Psychosis is a common symptom of mental illnesses such as schizophrenia, depression, and bipolar disorder. Up until now, treatment for psychosis has been rudimentary and largely experimental — and plagued by unwanted side effects. However, new research suggests that CBD could be a safer and more effective solution.
Typically, psychotic symptoms involve hallucinations and delusional thinking. People experiencing psychosis often have difficulty thinking in rational or logical ways, which is frequently accompanied by paranoid thoughts along with extreme fear or anger. They are often completely unaware that they are suffering from an illness, and believe that what they’re experiencing is real, which can make it challenging for them to get the help that they need.
Even the most experienced mental health professional needs a diverse set of methods to treat psychotic episodes, and CBD is one of the most versatile new tools available. Studies have found that it can have a wide range of positive effects on health and wellness without the drawbacks of antipsychotic drugs.
Extracted as an oil from the cannabis plant, CBD is now used as a mainstream treatment for medical conditions like inflammation and pain. However, its potential for treating psychosis and other mental health issues like bipolar disorder are still only dimly understood. But with restrictions on cannabis research loosening in recent years, scientists are finding new reasons to think that CBD could help to reduce the abnormal brain activity that causes psychosis.
A recent study conducted at King’s College London showed that CBD could have major therapeutic benefits for people whose psychosis is resistant to traditional treatments, which would be the first major advancement in the field since the 1950s. Sagnik Bhattacharyya, who led the research, told The Guardian that “these results will clearly pave the way for developing a novel class of antipsychotic treatments.”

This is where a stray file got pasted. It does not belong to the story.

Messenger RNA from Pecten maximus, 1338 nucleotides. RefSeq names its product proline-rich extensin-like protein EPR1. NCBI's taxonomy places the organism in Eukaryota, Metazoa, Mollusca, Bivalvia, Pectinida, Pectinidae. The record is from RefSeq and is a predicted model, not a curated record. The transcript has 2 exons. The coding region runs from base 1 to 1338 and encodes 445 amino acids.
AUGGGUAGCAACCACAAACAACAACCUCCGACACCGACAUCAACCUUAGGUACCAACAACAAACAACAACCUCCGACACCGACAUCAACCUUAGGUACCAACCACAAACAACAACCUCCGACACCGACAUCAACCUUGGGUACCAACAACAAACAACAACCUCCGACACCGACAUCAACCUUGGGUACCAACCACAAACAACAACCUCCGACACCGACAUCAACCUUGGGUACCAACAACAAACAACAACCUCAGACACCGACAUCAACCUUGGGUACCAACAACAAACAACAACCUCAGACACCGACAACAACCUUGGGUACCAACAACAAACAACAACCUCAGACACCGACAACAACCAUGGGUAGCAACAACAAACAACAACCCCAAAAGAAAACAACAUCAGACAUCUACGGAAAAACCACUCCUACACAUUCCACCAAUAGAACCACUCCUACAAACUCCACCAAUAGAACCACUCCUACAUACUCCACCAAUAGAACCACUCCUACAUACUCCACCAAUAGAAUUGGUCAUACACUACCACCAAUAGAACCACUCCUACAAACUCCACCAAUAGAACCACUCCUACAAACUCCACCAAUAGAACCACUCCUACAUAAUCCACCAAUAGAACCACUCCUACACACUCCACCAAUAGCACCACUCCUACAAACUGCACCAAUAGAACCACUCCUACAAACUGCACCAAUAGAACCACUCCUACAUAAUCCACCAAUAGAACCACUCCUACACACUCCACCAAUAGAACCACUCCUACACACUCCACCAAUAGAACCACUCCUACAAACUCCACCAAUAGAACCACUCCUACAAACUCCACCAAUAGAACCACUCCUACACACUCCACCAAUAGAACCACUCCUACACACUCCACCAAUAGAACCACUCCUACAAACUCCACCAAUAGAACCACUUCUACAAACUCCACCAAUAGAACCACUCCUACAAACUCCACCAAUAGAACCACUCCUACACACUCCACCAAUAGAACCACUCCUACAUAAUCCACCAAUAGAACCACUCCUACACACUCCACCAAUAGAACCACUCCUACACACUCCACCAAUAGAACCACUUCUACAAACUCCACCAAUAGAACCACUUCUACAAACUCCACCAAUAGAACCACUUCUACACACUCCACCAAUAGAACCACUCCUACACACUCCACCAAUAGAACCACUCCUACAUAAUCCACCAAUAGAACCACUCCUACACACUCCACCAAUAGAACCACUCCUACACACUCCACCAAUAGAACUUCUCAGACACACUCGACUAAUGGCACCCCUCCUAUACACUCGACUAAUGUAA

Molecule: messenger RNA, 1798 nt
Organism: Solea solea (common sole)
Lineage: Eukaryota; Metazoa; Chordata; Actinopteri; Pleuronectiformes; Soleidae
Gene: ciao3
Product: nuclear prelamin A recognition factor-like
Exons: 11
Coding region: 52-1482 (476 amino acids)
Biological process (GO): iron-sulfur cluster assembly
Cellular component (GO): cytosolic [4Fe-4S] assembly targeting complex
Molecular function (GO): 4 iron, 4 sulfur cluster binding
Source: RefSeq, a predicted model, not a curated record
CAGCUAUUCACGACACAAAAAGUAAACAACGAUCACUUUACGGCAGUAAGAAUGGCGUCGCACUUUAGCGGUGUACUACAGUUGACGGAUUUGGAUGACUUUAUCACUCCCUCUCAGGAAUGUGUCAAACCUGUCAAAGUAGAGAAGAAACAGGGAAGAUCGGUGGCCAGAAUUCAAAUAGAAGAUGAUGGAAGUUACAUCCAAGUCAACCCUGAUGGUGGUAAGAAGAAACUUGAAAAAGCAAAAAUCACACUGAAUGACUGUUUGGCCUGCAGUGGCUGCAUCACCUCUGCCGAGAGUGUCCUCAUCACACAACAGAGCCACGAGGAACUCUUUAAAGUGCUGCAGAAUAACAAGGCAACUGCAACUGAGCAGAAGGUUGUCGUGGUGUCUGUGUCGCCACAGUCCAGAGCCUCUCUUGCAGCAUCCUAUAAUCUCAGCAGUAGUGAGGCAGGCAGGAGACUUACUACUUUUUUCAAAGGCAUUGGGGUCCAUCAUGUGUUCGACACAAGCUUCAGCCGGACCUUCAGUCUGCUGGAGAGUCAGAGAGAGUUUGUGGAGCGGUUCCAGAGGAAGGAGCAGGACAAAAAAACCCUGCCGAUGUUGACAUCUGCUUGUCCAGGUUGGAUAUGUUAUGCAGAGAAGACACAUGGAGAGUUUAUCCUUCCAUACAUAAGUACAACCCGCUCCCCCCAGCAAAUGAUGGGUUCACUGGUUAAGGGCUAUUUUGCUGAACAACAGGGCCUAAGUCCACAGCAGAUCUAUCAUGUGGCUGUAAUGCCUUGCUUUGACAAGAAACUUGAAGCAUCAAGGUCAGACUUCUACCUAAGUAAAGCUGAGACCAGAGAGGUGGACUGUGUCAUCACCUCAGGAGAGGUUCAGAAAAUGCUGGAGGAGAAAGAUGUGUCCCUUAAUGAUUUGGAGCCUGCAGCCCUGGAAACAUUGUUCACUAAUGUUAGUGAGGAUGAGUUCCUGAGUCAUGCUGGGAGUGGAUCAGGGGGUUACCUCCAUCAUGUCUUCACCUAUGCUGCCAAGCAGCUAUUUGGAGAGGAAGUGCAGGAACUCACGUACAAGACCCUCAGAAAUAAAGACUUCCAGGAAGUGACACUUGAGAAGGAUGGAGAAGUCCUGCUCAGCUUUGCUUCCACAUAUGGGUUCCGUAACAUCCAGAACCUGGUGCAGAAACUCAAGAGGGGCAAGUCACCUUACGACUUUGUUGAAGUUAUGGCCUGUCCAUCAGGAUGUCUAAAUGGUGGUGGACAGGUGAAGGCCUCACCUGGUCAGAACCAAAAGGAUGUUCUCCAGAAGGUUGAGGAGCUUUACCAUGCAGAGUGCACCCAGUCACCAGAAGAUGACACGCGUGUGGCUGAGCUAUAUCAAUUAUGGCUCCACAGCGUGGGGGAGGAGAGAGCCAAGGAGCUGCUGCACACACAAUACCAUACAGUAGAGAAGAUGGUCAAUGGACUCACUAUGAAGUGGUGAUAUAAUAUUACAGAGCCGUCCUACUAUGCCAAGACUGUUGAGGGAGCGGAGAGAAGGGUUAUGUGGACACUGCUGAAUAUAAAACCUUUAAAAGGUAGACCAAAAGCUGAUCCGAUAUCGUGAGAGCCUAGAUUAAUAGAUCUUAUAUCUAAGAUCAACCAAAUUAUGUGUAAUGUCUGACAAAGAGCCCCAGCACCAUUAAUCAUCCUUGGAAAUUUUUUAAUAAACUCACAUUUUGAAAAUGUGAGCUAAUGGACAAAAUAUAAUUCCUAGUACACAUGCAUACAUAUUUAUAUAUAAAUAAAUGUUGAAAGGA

Bhattacharyya was not exaggerating — his team found that just a single dose of CBD significantly reduced hallucinations, delusions, and other classic signs of psychosis.
Despite these positive results, there are still many people who are concerned that the long-term use of cannabis and cannabis derivatives can cause mental health problems such as schizophrenia, and their concerns aren’t entirely unfounded. Some researchers believe that CBD could increase the risk of schizophrenia in patients who are genetically predisposed to the condition. Others have suggested that CBD could also increase anxiety in certain patients, which could exacerbate pre-existing mental health conditions.
The King’s College study set out to determine if these concerns were founded or not. According to Bhattacharyya, researchers “knew from previous studies that CBD had antipsychotic effects, but we didn’t know how it worked.” The study scanned the brains of 33 people, 16 of whom had been administered CBD and 17 of whom had received a placebo. During the scanning process, participants were asked a series of questions and instructed to perform other tasks that tested their cognitive abilities.
What the researchers found was the brain activity of those who received the placebo was highly abnormal, but the brain activity of the participants who received CBD was much closer to what would be considered normal. Considering the fact that this group of people had only received a single dose of CBD before these tests were conducted, it is a remarkable result.
The current treatment for psychosis relies heavily on medications that target the brain’s production of dopamine, a naturally-occurring chemical called a “neurotransmitter” that helps regulate feelings of happiness and other body functions. However, this treatment method is over 60 years old, and hasn’t been updated much since the first medications were developed. The side effects of antipsychotic medications can also be severe and often include drowsiness, nausea, vomiting, dizziness, and restlessness.
While CBD appears to be a highly promising replacement for these outdated treatments, the research team at King’s College London aren’t getting ahead of themselves just yet, explaining that “one shouldn’t get the impression that it’s OK to start prescribing CBD [for psychosis] tomorrow.” However, if future studies confirm what Bhattacharyya and his team have found, people who are living with psychosis could have a much brighter future ahead of them.